Beyond the laughter

By Matt Russell

It’s a bitterly cold Friday night in downtown Rochester, but several restaurants are packed. At Goonie’s Comedy Club, the first show of the night is sold out. It’s a successful night by some measures, but for some people, there’s still something missing downtown.

"There’s not as many options as you’d like to see," says 24-year-old Brian Haskins of Rochester, who was part of the crowd at Goonie’s.

Changes are in the works downtown, but people like Haskins who hope for more entertainment options beyond bars and restaurants will have to be patient: The effort to revitalize downtown will be a methodical, step-by-step process, and complex details are still being worked out.


In the near future, construction is set to start this spring on what could be the most crucial project in downtown’s turnaround: A pedestrian plaza on First Street Southwest between the Galleria Mall and Mayo Clinic’s Gonda Building.

"We have to get that plaza built, and it has to be spectacular," said Elisha Anderson, spokeswoman for the Rochester Downtown Alliance, a partnership founded in 2005 that receives funding from Mayo Clinic, the city of Rochester and downtown businesses.

The goal for the plaza, Anderson said, is to become the first place people think about when they wonder what’s going on downtown. The key to success is not just building the plaza, she added, but making sure there’s a constant flow of events, including markets, movies, music and events for kids. A successful plaza could also help nearby restaurants and stores, which could possibly expand weeknight and weekend hours if foot traffic increases.

"You need the people first," she said.

Anderson also pointed to the University of Minnesota’s plans to start holding classes downtown this year and, a bit further down the road, the promise of added jobs from the planned downtown bio-business center, as positives for the area.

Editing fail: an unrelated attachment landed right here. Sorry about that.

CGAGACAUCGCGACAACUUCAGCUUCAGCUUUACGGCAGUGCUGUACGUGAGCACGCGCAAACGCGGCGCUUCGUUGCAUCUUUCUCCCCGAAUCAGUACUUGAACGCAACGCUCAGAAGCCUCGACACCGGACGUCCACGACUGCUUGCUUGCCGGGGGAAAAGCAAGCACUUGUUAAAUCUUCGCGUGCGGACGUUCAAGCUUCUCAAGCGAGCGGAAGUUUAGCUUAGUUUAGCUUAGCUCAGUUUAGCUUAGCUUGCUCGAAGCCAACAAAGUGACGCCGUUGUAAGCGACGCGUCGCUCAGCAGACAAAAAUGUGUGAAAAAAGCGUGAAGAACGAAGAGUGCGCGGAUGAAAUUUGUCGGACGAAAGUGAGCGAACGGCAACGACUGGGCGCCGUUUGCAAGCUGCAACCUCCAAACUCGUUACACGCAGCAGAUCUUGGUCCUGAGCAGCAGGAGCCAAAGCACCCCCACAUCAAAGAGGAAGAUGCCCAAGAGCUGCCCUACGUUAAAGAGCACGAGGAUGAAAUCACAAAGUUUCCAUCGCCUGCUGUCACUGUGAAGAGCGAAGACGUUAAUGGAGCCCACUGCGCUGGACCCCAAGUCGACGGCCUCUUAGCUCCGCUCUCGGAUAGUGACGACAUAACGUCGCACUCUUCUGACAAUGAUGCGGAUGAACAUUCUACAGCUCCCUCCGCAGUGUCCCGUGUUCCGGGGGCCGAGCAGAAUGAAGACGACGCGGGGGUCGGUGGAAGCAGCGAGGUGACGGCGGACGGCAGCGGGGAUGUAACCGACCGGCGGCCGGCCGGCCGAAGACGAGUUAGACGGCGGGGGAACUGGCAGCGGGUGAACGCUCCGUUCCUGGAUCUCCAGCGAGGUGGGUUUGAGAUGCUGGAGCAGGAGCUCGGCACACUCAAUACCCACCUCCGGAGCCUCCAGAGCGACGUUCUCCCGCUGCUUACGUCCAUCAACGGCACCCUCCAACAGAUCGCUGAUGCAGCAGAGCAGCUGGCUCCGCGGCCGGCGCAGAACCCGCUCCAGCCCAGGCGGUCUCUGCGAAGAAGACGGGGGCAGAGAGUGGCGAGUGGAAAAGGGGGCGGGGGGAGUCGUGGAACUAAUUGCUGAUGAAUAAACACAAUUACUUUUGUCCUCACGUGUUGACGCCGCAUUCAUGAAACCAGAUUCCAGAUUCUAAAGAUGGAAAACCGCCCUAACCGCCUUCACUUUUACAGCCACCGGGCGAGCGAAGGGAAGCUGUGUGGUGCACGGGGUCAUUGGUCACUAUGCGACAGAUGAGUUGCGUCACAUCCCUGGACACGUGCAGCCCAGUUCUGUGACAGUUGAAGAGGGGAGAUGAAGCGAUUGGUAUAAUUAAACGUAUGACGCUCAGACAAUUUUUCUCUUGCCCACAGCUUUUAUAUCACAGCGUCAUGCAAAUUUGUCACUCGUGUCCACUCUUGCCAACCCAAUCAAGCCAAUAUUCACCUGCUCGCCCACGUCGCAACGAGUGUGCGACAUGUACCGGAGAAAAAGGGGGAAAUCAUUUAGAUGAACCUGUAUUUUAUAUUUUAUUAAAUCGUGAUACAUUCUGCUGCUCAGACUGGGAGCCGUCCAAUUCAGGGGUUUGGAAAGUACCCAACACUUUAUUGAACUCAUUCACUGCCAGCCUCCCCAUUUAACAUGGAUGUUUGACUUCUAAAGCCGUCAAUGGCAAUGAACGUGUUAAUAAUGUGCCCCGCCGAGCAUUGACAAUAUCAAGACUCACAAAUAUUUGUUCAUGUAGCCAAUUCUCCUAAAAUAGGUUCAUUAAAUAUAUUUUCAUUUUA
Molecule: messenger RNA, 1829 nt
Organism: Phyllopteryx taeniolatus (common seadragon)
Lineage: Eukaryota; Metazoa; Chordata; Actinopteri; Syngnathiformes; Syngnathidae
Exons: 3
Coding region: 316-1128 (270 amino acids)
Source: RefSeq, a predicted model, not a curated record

In the meantime, she said, getting more entertainment options downtown depends on more entrepreneurs like Klampe stepping forward.

Looking back at when he opened Goonie’s last year, Klampe said despite trying, he couldn’t get financial assistance from the city or the Rochester Downtown Alliance to help him get started.

"It was just like, ‘Good luck,’" Klampe said.


Having a low-interest loan program for locally owned businesses looking to bring new life downtown could encourage more entrepreneurs, Klampe said. Bob Rittenhouse, who is in the process of finding backers for a blues club he wants to open downtown, agreed a loan program could help him move ahead with his plans.

There is no local program with money available to help new businesses get started downtown, acknowledged Sandy Keith, executive director of the Rochester Downtown Alliance.

At the same time, Keith said his organization is in the process of figuring out how to generate a fund that could have money for two main purposes: A loan program for businesses and an economic development fund that could be used for buying properties to turn over to developers.

"It’s a complicated process, and we’re trying to put this together," Keith said, noting that questions still remain about where the fund’s money would come from, what guidelines would direct its use, and how it would be administered. "Obviously, we’re not anywhere near it yet."

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